Typewriter Keys Paint Picture
Shortly after President Franklin Delano Roosevelt created the Civilian Conservation Corps in 1933 several newspapers were lauched that related to the depression era program. The most notable would have to be the national weekly publication and semi "official" CCC publication, Happy Days. It was a privately owned paper that aimed at serving the CCC's new enrollees. Its owners were Melvin Ryder, the paper’s editor, Ray Hoyt, the managing editor, and Theodore Arter, Jr., the business manager. Ryder had been on the staff of The Stars and Stripes, the famous doughboy newspaper during World War I.
The owners of Happy Days encouraged and instructed camp editors in the production of camp newspapers in the thousands of CCC camps. There would be more than 5,000 camp papers published by nearly 3,000 of the CCC companies from 1933 to 1942.
Throughout much of 1939, when the contest craze was at its height, Happy Days launched a series of events paying five dollars for the best answers to various relevant and timely, sometimes trivial or humorous questions, such as: How has the U.S. Army helped to develop the country, aside from protecting it from invasion and fighting its battles? Who is the most dangerous enrollee in camp? Why? Other questions included "What Would You Do With $10,000?" The majority of the contestants indicated that they would buy a farm, though many would tithe, give to the poor, go to college, or marry. In response to the question "What will you be doing in ten years from now?" the winners had hopes of being salesmen or owning their own farms.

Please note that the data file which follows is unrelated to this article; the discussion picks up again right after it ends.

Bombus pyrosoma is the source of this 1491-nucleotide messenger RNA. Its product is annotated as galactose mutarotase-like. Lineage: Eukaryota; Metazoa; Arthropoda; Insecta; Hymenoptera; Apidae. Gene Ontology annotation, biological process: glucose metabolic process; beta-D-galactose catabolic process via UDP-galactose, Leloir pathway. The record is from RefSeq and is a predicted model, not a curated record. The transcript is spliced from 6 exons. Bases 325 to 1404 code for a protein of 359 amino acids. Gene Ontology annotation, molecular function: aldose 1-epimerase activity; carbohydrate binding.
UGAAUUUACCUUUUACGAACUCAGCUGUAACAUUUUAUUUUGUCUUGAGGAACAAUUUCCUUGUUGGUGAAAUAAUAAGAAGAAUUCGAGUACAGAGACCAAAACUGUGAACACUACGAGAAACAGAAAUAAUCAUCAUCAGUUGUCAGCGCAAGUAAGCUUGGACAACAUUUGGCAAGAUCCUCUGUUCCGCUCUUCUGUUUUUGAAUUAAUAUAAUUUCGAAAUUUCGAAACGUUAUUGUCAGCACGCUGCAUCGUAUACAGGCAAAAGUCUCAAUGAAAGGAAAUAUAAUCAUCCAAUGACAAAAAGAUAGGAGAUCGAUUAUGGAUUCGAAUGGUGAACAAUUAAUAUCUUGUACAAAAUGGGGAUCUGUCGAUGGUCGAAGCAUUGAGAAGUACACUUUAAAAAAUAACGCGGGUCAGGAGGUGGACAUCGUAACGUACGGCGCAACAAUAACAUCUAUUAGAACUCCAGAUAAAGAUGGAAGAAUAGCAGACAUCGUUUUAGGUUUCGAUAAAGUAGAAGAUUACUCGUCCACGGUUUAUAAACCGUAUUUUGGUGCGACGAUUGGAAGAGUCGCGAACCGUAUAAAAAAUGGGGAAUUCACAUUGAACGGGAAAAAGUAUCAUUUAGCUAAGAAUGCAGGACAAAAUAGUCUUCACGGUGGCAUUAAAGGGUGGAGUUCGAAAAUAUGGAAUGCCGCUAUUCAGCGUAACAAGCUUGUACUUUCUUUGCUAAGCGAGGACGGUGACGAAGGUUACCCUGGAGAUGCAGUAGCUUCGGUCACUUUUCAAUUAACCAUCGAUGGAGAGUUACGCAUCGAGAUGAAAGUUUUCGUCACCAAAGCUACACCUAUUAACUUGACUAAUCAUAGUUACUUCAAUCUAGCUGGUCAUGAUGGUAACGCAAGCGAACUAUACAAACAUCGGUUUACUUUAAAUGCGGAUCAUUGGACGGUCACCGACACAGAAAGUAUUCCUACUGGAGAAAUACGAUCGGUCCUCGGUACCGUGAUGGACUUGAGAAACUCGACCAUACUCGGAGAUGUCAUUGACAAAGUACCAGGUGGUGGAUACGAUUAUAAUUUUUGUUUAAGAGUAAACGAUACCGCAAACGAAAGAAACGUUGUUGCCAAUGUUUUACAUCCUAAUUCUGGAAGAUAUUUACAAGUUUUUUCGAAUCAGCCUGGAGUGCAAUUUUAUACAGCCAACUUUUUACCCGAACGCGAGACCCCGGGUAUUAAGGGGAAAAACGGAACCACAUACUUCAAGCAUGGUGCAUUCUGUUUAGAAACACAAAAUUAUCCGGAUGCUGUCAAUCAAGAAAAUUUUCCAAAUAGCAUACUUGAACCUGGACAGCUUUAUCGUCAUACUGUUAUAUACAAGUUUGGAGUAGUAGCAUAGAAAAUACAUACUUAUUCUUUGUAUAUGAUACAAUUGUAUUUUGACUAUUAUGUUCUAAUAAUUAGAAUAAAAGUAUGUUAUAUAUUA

Happy Days also took note of a "typewriter picture" portrait of FDR, created by using the keys as the drawing instrument," published in the Lakeshore Camp News (Company 1751, Knife River, Minnesota). Happy Days saw no reason why this could not be turned into another contest with, appropriately, an Underwood portable typewriter as first prize.
From 1874, the Underwood family made typewriter ribbon and carbon paper. The original Underwood typewriter was invented by German-American Franz Xavier Wagner, who showed it to entrepreneur John Thomas Underwood. Recognizing the importance of the machine, Underwood bought the company. The typewriters made between 1896 and 1900, had "Wagner Typewriter Co." printed on the back. The company was reorganized in 1927 when John Thomas Underwood was elected chairman and Wagner president.
While attending my late brother's estate sale I noticed one of his old typewriters. It was an Underwood. Funny how things trigger memories. I knew my brother's typewriter may not be of the same vintage as the one's I envisioned from the CCC articles and stories, but still I had to have it if only because it had been his and it reminded me both of him and of the stories I had heard and read about over the years. A little research suggested that it was most likely manufactured late 30s, perhaps early 40s.
The typewriter has been donated and is now part of items displayed at the Civilian Conservation Corps (CCC) Museum of South Dakota. It's unlikely that it was used in a CCC education classroom but many like it were.